|1.||Homicide: Life on the Street
(1993 TV Series)
With those beady eye and that mustache he looks like a cross between Steve Buscemi, John Waters and Edgar Allen Poe.
I *have* to? Let me tell you what I *have* to do today, okay? I have to go in there and I have to watch the doctors pinch Patrick's legs. I have to watch them stick pins at the bottoms of his feet. I have to watch them pour cold water, first in his right ear, then in his left, to see if his eyes moved today. And I have to hear them tell me that they don't. His eyes don't. I hear them say this. Nothing else can be done. And this is just a little *boy*! And they have to say this about him? *You* have to have his clothes? *You* have to know what we saw yesterday? I have to remember... Patrick standing there, he *has* to see the dinosaurs! He *has* to go to that window! It's always "one more minute!" He *always* has to do what he wants! And then he falls down and I think he's just teasing and he's going to get up in a minute and I'm going to yell at him to just get up and not get dirty! I *want* to see him get up... from his *own* bed. Do I have to think that he can lay there like this for another 50 or 60 years? Do I have to think that this is what he wants? Why do I have to? Why do I think that it can't be Patrick in there?
Say Baltimore, and I'll tell you within ten blocks where you were born. Yeah, you from here. You got that home grown look. The not-too-southern, not-too-northern, not on the ocean but still on the water look. With maybe a touch of inbreeding.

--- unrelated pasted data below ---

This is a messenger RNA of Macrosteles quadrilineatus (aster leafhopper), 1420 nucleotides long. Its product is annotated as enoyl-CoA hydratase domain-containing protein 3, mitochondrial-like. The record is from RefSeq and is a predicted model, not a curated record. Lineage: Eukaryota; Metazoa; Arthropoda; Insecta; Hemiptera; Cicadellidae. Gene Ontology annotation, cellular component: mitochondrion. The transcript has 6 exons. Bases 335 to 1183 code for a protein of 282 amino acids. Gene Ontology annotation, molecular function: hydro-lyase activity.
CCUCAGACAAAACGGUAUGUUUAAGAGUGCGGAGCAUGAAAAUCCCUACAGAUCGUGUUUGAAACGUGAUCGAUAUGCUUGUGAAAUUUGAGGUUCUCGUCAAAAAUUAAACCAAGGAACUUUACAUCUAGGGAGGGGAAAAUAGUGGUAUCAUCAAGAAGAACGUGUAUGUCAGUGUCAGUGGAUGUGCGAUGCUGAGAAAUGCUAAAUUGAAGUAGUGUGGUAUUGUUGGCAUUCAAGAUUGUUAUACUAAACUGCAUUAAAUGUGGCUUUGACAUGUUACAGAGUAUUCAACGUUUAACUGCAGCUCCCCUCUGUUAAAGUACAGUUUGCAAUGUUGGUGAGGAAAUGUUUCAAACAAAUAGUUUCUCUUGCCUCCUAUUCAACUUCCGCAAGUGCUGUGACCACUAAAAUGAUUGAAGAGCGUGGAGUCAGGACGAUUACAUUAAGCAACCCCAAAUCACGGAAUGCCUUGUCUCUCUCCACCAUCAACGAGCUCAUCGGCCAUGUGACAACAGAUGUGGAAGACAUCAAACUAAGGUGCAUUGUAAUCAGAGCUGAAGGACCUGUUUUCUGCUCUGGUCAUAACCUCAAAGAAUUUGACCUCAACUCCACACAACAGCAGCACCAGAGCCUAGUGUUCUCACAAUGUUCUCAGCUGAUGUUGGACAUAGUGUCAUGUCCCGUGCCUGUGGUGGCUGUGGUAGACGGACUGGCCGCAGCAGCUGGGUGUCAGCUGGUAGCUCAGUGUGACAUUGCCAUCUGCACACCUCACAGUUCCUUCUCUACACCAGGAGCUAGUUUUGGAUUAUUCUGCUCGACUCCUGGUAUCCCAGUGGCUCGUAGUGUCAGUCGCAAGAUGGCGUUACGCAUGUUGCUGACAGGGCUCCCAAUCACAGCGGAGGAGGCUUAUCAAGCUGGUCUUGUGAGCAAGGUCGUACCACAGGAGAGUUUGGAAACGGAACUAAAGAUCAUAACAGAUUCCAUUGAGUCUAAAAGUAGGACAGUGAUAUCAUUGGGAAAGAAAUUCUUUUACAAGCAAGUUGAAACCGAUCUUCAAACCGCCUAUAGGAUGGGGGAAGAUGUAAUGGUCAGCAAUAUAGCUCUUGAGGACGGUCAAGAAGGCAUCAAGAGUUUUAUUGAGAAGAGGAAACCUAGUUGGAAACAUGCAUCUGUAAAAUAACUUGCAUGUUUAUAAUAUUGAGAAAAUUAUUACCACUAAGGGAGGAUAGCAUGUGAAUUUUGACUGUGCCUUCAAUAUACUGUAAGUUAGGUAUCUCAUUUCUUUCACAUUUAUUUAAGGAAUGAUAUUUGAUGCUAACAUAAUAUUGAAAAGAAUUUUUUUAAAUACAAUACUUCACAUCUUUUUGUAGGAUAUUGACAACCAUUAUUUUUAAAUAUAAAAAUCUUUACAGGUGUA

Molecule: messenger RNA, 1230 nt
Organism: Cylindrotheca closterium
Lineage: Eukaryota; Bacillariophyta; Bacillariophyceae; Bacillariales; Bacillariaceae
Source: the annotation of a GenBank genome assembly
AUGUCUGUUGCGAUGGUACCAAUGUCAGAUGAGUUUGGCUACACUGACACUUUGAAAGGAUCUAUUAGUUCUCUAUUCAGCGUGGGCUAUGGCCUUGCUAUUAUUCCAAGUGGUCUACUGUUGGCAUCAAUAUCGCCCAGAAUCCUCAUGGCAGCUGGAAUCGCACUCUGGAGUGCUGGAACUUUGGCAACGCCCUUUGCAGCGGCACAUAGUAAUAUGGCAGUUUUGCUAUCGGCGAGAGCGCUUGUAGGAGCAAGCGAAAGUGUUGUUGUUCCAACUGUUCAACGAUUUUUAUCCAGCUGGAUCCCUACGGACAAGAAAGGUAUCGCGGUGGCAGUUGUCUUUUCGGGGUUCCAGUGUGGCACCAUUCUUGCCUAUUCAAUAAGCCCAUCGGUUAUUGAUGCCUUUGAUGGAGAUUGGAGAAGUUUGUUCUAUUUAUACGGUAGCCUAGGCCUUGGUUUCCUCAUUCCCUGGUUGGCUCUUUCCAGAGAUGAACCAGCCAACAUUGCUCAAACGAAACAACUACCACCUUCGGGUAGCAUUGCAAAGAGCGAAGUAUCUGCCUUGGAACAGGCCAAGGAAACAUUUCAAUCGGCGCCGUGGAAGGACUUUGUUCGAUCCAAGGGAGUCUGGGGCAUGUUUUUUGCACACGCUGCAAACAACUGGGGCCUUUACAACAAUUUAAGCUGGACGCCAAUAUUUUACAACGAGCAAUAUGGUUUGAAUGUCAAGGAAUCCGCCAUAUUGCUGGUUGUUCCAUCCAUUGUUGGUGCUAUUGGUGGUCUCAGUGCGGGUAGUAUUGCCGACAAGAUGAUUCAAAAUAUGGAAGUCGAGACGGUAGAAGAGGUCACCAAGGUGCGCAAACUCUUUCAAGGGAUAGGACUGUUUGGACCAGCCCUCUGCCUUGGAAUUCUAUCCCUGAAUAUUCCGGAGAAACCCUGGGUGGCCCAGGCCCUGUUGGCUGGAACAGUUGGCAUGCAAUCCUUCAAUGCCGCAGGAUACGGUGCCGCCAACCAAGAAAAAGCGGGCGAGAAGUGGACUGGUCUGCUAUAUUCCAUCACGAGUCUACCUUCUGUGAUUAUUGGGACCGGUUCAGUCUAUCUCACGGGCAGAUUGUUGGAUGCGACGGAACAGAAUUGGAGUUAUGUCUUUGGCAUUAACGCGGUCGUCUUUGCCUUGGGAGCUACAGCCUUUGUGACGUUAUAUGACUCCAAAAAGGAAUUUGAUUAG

I don't think it was premeditated. I think it was inherent. Jim's racism is so much a part of him, that he didn't have a chance to think about what he was doing. Jim is worse than a Klansman. 'Cause at least in their white sheets, they are recognizable. Your cousin's brand of bigotry is much more frightening because, like still water, it runs deep. He doesn't even see it himself.
By all reliable accounts, there's not a single drop of water to pass between heaven and hell. Hell is a dry heat.
|2.||Mystery Science Theater 3000
(1988 TV Series)
Episode: First Spaceship on Venus (1990)
Well, actually, I think making fun of her has become a clichÈ. Everybody does it. And you know, in her favor, she was in a John Waters film, you guys.
|3.||The Phantom Menace Review
So unless you're the Coen Brothers, David Lynch, Paul Thomas Anderson, Stanley Kubrick, Alfred Hitchcock, Lars Von Trier, David Cronenberg, Gus Van Sant, Quentin Tarantino, John Waters, Wes Anderson, Sam Peckinpaw, Terry Gilliam, Martin Scorsese, Werner Herzof, or Jim Jarmusch, you really shouldn't stray too far away from this kind of formula. Especially if you're making a movie that's aimed at children that has a cartoon rabbit in it that steps in the poopy.
See, in most movies, the audience needs a character to connect with. Typically this character is what's known as a "proto-gone-ist." When you're in a weird movie with, like, aliens, monsters and weirdos, the audience really needs someone who's like a normal person like them to guide them through the story. Now of course, this doesn't apply to EVERY movie, but it works best in the sci-fi, superhero, action and fantasy genres. I picked a few examples to help illustrate this point: Marty McFly, John McClane, Billy Peltzer, Sarah Connor, Neo, Charlie Bucket, Peter Parker, Cliff Secord, Johnny Rico, Rocky Balboa, and Kevin Bacon.
(2011 TV Series)
Episode: The Truth About Demons (2012)
He meets up with this woman who looks like Jessica from Jack Off Jill if she was homeless and living in a John Waters' film.